What services do sexual health clinics (GUM clinics) provide?
Sexual health clinics are sometimes known as genito-urinary medicine (GUM) clinics. They are usually located at your local hospital, or as part of another health centre, in a separate building. You can find your nearest sexual health clinic by visiting the Family Planning Association website (see Further information), or by calling NHS Direct on 0845 4647.
Genito-urinary medicine deals with the male and female sexual organs and the urinary system (the system in the body that produces, stores and gets rid of urine). Your GP might refer you to a sexual health clinic if you have a problem with these parts of your body. You can also make an appointment to see someone at a sexual health clinic without being referred by your GP.
GUM clinics can usually give you tests for sexual and urinary health problems, such as:
- sexually transmitted infections (STIs) such as Syphilis, Gonorrhoea, Genital Warts, and Chlamydia
- HIV or AIDS
- Cystitis (bladder infection)
- other infections of the genitals, such as thrush
At most GUM clinics you can make an appointment for a general check up, which also include tests for a range of STIs. Before starting a new sexual relationship, it’s a good idea for you and your partner to be tested for any sexually transmitted infections. You might also want to have a check-up before trying for a baby.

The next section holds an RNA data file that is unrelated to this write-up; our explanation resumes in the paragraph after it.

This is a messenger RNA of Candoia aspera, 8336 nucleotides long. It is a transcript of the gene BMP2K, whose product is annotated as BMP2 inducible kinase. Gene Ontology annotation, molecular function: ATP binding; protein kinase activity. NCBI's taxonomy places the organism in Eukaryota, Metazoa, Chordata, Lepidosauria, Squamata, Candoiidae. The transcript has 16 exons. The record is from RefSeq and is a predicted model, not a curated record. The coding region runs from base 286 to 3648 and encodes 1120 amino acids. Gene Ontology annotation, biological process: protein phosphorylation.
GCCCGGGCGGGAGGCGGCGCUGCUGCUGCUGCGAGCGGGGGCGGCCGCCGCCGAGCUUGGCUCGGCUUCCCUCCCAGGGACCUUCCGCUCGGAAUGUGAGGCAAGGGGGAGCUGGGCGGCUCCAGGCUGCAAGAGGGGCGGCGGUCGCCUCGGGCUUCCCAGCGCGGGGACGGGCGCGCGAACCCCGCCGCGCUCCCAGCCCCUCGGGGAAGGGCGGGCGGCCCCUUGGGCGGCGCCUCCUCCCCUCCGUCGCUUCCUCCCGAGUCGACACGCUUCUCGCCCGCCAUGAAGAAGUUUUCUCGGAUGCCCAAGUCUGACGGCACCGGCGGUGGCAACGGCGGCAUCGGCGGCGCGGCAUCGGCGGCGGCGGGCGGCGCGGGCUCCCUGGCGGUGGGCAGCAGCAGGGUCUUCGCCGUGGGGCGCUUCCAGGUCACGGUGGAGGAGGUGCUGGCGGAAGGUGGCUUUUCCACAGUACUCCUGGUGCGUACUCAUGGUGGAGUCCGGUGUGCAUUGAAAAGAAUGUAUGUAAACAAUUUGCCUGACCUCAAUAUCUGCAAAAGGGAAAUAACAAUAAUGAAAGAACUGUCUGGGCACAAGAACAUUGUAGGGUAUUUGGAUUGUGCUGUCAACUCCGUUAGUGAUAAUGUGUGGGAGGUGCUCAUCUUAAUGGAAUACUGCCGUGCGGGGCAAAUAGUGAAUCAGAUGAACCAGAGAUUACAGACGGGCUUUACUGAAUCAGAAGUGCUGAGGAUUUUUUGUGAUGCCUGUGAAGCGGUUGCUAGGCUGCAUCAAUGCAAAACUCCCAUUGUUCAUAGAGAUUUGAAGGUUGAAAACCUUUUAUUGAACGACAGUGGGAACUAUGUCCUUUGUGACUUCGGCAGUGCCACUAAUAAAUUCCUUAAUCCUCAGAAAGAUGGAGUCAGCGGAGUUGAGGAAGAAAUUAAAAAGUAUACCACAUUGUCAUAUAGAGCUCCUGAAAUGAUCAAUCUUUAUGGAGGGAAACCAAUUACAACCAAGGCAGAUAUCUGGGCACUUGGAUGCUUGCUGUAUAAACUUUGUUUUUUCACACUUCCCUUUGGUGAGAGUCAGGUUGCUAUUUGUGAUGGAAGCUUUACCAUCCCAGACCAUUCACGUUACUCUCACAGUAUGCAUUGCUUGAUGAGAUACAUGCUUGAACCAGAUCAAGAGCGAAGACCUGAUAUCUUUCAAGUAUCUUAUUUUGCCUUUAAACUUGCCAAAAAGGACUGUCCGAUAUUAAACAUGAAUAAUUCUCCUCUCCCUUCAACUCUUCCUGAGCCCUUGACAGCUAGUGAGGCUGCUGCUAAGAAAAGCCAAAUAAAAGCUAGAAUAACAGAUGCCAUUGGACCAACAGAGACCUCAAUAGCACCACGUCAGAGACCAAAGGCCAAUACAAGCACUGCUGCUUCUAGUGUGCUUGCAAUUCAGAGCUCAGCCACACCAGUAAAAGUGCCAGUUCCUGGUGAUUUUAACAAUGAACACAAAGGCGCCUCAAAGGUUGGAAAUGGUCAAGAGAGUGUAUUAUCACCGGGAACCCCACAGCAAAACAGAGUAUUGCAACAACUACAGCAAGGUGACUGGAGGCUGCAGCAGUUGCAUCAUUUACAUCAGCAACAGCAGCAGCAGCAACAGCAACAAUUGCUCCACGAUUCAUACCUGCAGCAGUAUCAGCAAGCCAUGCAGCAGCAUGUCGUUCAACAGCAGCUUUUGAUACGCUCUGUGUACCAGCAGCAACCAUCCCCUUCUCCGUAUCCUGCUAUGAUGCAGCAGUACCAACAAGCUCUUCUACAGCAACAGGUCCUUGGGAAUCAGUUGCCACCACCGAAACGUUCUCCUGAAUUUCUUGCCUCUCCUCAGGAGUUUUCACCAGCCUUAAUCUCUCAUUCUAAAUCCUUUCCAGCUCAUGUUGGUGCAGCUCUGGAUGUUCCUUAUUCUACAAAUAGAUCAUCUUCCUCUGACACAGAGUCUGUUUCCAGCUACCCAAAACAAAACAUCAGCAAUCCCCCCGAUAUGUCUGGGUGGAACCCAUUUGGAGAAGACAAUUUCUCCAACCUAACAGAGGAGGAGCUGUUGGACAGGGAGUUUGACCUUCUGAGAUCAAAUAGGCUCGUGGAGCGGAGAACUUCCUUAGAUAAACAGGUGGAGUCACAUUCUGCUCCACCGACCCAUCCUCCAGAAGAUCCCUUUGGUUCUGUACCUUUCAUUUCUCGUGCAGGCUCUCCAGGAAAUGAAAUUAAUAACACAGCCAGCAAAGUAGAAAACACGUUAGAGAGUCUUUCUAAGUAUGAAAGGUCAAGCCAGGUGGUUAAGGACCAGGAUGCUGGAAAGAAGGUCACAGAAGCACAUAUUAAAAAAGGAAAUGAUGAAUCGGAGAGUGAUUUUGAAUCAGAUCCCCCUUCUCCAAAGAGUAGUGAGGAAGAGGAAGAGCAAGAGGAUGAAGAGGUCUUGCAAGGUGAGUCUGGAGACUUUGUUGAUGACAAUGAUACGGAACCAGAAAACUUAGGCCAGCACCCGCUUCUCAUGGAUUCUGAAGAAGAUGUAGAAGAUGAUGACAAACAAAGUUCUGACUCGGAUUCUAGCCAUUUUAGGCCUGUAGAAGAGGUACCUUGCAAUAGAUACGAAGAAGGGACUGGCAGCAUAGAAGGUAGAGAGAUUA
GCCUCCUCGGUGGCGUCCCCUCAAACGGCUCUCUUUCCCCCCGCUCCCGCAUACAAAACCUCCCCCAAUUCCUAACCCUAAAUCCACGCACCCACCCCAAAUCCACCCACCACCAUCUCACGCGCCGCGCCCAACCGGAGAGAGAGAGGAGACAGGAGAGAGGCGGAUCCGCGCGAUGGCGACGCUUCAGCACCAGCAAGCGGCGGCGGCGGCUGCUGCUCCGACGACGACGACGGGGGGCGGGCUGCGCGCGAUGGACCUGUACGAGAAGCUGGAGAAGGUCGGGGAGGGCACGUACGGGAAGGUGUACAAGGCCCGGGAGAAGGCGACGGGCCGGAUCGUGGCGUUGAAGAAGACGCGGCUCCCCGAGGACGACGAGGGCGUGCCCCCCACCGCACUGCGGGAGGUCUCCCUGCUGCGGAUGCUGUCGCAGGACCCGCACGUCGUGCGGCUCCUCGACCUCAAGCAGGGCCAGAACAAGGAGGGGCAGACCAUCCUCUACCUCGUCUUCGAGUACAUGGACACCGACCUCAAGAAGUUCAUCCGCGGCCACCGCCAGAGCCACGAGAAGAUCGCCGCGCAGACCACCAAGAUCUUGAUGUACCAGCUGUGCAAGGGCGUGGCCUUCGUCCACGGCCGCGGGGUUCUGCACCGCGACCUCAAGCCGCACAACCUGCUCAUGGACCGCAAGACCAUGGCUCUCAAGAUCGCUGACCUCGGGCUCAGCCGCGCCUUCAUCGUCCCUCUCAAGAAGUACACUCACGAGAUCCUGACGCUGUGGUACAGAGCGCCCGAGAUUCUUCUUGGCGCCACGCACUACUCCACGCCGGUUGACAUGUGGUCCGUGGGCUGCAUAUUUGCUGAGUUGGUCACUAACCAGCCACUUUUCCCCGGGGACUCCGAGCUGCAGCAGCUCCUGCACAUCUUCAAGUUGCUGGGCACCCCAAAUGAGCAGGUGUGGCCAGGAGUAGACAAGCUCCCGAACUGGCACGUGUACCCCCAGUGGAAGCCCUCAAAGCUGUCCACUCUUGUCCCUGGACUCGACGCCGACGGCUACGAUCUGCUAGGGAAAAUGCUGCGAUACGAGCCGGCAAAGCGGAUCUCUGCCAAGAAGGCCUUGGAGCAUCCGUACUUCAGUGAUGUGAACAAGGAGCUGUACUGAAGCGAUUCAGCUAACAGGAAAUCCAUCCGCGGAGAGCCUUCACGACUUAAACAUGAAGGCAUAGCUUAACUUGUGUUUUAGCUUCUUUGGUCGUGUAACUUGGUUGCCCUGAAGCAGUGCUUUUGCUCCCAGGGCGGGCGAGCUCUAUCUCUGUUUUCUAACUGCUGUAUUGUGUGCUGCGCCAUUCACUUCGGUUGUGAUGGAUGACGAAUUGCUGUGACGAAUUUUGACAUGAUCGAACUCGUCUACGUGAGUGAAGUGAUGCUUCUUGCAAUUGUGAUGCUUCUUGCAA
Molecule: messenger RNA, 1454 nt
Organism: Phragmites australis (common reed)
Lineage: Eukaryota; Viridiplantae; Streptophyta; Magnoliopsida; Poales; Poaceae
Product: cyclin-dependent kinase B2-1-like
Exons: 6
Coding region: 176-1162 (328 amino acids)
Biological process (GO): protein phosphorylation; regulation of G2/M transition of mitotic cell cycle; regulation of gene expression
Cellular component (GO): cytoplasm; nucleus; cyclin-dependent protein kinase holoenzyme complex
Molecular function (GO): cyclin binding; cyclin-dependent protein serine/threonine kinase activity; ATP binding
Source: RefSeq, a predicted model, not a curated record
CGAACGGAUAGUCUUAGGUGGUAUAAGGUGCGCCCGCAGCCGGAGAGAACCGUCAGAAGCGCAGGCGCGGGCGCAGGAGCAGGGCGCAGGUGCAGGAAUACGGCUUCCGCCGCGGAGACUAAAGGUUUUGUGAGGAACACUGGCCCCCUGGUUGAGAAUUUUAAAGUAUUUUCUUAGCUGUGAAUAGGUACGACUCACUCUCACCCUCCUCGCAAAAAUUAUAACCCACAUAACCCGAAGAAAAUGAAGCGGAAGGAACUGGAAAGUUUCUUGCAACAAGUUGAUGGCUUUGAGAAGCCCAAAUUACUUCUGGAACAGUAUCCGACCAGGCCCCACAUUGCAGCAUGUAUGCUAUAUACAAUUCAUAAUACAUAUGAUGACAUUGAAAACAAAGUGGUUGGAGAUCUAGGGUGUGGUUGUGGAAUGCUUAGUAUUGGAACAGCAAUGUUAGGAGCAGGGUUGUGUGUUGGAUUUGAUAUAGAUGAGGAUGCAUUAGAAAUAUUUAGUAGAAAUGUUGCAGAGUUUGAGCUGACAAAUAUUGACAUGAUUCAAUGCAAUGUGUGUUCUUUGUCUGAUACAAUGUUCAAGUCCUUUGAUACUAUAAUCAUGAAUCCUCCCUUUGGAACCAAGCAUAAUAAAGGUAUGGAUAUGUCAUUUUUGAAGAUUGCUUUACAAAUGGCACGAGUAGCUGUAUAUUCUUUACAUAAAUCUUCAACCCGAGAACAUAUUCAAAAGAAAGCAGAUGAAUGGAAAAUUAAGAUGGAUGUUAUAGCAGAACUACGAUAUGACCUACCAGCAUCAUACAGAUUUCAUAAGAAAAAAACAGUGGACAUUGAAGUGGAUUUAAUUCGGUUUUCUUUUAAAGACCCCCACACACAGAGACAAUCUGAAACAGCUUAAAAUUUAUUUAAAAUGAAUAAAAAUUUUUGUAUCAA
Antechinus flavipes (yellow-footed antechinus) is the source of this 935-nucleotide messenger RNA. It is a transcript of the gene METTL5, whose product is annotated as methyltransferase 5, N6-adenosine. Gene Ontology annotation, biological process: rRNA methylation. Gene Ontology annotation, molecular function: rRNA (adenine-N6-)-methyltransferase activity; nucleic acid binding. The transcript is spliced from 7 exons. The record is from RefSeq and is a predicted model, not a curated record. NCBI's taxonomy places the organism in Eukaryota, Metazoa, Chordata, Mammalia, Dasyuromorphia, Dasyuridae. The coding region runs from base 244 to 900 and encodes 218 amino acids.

GUM clinics can provide contraceptive advice, including free emergency contraception and condoms. Some clinics may also be able to fit cervical caps or diaphragms (a form of contraception), and provide cervical smear tests (a test to check for any abnormal cells in the neck of the womb). They can also offer advice and counselling on a range of sexual health issues, and provide support if you’re having an HIV test, or if you have been diagnosed as HIV positive.
If you visit a GUM clinic, everything that is discussed is completely confidential. Your GP will not be told about your visit, and you do not have to give your real name if you do not want to.
What are Sexually Transmitted Infections?
Sexually transmitted infections (STIs) are diseases passed on through intimate sexual contact. They can be passed on during vaginal, anal and oral sex, as well as through genital contact with an infected partner. Common STIs in the UK include Chlamydia, genital warts and Gonorrhoea.
How common are they?
In the UK, the incidence of STIs has been rising since the 1990s. Between 2007 and 2008, the Health Protection Agency (HPA) reported a 0.5% increase in the number of diagnosed STIs, with a total of 399,738 new cases reported in 2008.
The biggest increase was in the number of confirmed diagnoses of genital herpes, which rose by 10% to a total of 28,957 cases. There were also increases in diagnoses of genital warts and Chlamydia.
The numbers of diagnosed cases of STIs are still going up and the age group most affected continues to be 16 to 24-year-olds. Even though they make up just 12% of the population, young people account for more than half of all STIs diagnosed in the UK. This includes 65% of new Chlamydia cases and 55% of new cases of genital warts.
More information on STIs
For more information on the most common STIs see the Sexually Transmitted Infections (STIs) page.